Purina, sports medicine vets focus on canine athletes

Emerging specialty focuses on rehabilitation and recovery for active dogs.

Canine athletes are leaping to new heights, running faster times and retrieving with greater endurance, with the help of proper nutrition and new learnings about veterinary sports medicine. Dogs that fetch balls and bumpers in the back yard and serve as walking and running companions also benefit from advances in sports medicine and rehabilitation.

The Purina Canine Sports Medicine Symposium, held Sept. 30 to Oct. 1 at Purina Farms in Gray Summit, Mo., brought together 30 top veterinary sports medicine and rehabilitation specialists from across the country to share ideas, present the latest research and brainstorm innovative ways to work together.

The group also shared ideas with Purina veterinarians and research scientists and took part in panel discussions with competitors of the Purina Pro Plan Incredible Dog Challenge National Finals and AKC Master National Retriever event, which coincided with the symposium. They offered competitors tips on nutrition, training and conditioning and rehabilitation from injuries.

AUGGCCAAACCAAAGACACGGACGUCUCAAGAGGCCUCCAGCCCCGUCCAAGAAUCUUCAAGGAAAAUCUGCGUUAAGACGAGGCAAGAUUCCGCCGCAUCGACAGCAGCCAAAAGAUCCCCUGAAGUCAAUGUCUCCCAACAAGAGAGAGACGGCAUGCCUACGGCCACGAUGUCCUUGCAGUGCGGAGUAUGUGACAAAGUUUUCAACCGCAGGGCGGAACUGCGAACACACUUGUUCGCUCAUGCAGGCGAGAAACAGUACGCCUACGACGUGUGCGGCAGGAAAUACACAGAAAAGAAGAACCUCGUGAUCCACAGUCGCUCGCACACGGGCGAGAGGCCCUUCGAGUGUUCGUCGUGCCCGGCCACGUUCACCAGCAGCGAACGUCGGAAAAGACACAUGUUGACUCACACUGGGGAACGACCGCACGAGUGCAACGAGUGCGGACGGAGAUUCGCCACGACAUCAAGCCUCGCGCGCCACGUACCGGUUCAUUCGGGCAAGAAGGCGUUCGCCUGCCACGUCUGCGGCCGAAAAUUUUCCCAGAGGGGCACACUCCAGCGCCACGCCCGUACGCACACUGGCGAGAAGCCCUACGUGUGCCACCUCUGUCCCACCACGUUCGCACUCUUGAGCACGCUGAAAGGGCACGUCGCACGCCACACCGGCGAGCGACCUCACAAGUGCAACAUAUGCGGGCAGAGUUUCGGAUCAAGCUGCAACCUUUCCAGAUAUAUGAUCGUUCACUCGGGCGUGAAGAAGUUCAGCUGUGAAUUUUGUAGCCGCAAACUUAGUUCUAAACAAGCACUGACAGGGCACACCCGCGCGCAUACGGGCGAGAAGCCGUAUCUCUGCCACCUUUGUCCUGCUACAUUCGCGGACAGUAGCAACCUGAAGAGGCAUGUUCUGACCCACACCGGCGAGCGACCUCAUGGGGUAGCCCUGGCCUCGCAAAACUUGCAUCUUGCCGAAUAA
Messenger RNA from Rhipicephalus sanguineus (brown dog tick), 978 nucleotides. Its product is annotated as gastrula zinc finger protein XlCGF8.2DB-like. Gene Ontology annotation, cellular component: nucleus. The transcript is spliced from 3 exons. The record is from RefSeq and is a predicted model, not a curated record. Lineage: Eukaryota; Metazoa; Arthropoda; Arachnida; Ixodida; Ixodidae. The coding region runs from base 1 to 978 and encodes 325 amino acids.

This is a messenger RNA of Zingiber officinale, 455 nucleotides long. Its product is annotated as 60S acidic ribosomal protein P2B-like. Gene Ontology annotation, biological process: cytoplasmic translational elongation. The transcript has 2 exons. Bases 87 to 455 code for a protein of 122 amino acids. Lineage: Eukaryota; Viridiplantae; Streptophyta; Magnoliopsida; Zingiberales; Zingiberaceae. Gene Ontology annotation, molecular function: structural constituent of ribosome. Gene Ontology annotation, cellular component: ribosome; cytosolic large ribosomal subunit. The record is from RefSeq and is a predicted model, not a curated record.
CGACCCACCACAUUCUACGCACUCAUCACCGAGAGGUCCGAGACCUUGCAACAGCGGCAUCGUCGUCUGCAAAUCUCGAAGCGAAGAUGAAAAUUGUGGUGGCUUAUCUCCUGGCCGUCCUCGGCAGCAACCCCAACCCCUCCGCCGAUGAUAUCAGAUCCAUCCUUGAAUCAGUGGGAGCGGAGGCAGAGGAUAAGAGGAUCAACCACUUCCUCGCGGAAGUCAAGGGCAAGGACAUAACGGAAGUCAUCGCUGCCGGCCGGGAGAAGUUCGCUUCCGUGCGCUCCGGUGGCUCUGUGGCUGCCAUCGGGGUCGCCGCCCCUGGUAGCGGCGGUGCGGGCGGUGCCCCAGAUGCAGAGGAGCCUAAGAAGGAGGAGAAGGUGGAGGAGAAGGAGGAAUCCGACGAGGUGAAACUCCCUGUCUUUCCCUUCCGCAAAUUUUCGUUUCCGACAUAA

Event coordinator Dr. RuthAnn Lobos, Purina senior veterinary communications manager, said, "Purina has been a proud partner of the American College of Veterinary Sports Medicine & Rehabilitation since its inception. It's exciting to witness new relationships being formed as a result of the symposium, with great discussions and provocative questions being asked and a laser focus on increasing the level of care of canine athletes and active pet dogs."

The 10 presentations included new learnings related to:

* The use of technology on smartphones that allow the recording of a dog's performance and gaiting movement. Playing this back in slow motion is a helpful diagnostic tool to detect signs of pain as well as to monitor a dog's progress after surgery and rehabilitation.

* Thermal imaging can be used to detect inflammation in soft tissue structures and compensatory muscular activity. Bruising, infections, frostbite and harness rubbing are visual as well.

* Regenerative medicine using platelet-rich plasma and stem cell therapy as a multimodal treatment combined with rehabilitation therapy in treating soft tissue injuries from repetitive forces on tendons and ligaments.

* Nutritionally maintaining performance in older working dogs to help support their physical performance. Targeted nutrients that can make a difference include omega-3 fatty acids from fish oil to promote joint health and mobility, as well as medium-chain triglycerides, when added to the daily diet of dogs age seven and older, to promote alertness and mental sharpness.

* The importance of having a specialized plan for the rehabilitation of canine athletes and active dogs depending on their sport or activity and level of competition. Owners of sporting dogs commonly are fully involved in their dog's recovery process, so it is helpful to give them specific at-home exercises with details about duration, frequency and intensity.

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